As your child gets older, many of the books that they will enjoy will be too long to read in one sitting. It works well to read a chapter or two each day or read for a set amount of time. Very often, children who are good readers have parents who love to read. Let your child see you reading for pleasure — books, magazines and newspapers. Show them that the love of reading is a lifetime thing.

Reading can be fun!Part I

Foreign Languages

Most experts agree that the earlier a child is introduced to a second language, the greater the chances are that the child will become truly proficient in the language.

In addition to developing a lifelong ability to communicate with more people, children may derive other benefits from early language instruction, including improved overall school performance and superior problem-solving skills. Knowing a second language ultimately provides a competitive advantage in the work force by opening up additional job opportunities.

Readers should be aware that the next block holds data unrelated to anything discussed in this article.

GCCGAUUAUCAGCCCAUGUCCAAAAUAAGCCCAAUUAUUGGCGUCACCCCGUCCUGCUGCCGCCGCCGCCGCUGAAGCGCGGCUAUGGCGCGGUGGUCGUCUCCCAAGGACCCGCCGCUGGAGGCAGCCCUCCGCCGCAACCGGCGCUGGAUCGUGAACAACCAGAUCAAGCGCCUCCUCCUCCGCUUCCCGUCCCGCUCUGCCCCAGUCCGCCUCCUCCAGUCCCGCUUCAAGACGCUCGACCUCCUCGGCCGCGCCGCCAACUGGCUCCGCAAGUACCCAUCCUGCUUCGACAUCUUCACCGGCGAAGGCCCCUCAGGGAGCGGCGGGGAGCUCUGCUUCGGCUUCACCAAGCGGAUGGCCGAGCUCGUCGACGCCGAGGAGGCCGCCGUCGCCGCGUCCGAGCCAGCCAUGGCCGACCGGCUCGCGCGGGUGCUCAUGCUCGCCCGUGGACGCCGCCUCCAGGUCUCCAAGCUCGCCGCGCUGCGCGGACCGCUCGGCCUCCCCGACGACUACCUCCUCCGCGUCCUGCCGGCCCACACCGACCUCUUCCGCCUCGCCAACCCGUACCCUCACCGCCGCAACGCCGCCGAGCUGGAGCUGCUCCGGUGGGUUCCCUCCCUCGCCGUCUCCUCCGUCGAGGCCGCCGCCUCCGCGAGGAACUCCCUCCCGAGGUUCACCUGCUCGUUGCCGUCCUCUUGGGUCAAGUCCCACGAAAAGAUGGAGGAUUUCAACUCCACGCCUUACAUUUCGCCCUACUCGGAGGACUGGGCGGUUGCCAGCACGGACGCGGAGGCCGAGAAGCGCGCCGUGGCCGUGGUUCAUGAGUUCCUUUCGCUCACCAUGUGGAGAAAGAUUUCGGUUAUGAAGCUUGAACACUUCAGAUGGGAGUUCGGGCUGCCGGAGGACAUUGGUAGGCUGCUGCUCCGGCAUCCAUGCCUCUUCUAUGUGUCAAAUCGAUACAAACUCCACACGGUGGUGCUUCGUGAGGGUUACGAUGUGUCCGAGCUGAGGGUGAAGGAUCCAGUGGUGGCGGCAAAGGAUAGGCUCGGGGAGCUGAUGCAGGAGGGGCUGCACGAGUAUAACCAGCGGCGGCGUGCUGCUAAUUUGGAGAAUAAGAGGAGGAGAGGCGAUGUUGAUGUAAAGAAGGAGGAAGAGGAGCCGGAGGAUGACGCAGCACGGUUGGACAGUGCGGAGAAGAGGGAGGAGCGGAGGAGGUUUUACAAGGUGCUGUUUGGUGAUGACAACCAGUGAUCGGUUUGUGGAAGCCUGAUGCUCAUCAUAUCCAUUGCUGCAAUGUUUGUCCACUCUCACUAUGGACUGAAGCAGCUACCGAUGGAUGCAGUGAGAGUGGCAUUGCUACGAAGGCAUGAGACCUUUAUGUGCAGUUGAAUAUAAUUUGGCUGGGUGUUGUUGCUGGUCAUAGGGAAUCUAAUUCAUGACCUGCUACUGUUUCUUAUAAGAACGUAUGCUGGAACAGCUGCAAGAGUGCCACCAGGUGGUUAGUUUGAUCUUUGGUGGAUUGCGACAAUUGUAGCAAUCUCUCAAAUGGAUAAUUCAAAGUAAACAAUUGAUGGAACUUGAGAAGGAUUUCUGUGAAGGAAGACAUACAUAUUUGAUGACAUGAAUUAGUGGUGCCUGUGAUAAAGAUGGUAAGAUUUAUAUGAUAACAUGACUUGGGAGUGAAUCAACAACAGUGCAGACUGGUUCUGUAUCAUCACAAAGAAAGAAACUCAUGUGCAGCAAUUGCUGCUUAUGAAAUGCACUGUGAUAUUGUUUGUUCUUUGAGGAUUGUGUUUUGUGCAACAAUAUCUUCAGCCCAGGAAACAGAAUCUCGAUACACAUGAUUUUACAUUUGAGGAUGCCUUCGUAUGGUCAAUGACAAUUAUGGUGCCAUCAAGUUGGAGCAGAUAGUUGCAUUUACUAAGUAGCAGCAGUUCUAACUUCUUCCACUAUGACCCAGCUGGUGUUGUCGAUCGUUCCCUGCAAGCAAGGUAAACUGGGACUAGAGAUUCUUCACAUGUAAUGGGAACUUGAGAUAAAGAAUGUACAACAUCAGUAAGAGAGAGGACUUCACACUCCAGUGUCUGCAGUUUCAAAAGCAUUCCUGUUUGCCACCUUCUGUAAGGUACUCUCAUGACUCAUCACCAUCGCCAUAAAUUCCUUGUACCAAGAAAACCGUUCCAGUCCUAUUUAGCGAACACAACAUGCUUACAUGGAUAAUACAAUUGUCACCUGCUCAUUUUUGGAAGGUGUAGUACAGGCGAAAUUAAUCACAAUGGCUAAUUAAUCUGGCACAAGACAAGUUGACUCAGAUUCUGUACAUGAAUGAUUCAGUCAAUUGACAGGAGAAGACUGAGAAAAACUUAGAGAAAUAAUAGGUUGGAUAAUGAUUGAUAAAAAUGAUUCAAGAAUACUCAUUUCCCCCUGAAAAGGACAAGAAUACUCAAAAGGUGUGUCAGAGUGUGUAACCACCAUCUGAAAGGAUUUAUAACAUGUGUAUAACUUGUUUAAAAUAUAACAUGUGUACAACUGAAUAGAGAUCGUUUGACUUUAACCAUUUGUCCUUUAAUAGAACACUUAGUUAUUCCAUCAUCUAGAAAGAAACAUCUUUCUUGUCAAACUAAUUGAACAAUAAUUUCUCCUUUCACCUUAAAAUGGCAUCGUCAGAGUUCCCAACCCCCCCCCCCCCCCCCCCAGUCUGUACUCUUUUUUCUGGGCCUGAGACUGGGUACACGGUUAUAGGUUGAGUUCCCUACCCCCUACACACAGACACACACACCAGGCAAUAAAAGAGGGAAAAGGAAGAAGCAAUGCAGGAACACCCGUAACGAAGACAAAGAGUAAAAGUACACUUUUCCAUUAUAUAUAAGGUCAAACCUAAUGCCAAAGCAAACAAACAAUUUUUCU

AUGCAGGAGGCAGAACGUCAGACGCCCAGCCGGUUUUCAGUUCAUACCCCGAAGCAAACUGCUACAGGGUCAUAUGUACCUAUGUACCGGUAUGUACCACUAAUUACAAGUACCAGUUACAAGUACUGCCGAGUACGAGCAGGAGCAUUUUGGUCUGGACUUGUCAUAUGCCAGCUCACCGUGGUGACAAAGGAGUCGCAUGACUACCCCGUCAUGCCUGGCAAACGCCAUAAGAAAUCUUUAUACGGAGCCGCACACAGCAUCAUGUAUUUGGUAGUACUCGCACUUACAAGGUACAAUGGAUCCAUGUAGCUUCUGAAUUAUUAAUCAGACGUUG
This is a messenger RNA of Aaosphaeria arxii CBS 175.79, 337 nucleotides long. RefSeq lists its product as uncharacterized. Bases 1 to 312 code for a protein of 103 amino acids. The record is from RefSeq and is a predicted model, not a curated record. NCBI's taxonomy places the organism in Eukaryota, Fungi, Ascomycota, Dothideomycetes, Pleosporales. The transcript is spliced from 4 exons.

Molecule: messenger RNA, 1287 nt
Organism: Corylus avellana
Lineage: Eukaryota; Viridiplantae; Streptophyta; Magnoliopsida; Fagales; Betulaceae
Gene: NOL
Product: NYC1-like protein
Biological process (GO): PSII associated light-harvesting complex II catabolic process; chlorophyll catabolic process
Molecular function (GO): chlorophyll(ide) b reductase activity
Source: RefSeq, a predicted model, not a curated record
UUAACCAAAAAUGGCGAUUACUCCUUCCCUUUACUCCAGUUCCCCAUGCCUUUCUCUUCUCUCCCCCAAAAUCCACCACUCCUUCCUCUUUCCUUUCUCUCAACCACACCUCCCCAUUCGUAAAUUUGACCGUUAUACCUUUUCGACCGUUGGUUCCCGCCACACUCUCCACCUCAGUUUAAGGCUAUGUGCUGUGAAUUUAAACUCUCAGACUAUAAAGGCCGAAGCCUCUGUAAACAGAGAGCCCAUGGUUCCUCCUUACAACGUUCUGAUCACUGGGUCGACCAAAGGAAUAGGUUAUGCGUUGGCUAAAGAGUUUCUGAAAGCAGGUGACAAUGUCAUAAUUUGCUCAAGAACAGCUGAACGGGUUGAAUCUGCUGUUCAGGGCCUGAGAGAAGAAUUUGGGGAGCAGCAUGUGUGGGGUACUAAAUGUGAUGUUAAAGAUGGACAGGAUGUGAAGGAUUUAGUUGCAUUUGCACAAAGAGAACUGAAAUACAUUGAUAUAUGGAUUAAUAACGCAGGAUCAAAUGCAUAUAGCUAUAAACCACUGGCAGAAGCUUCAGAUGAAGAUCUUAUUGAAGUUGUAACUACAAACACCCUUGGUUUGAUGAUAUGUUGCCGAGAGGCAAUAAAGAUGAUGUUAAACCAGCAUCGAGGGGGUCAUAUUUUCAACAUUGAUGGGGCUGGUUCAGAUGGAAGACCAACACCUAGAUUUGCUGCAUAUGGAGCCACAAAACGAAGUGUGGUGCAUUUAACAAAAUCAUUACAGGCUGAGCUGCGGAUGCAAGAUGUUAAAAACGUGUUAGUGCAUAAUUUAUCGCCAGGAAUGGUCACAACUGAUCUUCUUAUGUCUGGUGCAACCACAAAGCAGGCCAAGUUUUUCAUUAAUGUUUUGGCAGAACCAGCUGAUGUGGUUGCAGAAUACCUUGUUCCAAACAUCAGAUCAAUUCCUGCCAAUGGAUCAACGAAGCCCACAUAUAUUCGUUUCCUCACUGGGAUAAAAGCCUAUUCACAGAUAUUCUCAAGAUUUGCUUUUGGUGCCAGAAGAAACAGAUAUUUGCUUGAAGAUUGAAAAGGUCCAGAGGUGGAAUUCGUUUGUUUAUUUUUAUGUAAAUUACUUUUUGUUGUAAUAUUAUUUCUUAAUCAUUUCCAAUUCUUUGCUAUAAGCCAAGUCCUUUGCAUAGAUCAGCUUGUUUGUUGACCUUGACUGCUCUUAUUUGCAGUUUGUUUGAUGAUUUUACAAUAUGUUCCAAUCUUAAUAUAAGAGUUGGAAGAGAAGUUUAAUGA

Studies have shown — and experience has supported — that children who learn a language before the onset of adolescence are much more likely to have native-like pronunciation. A number of experts attribute this proficiency to physiological changes that occur in the maturing brain as a child enters puberty. Of course, as with any subject, the more years a child can devote to learning a language, the more competent he or she will become. Regardless, introducing children to alternative ways of expressing themselves and to different cultures generally broadens their outlook and gives them the opportunity to communicate with many more people.

The three major types of programs available in elementary schools are language immersion programs, foreign language in elementary schools (FLES) programs, and foreign language exploratory (FLEX) programs.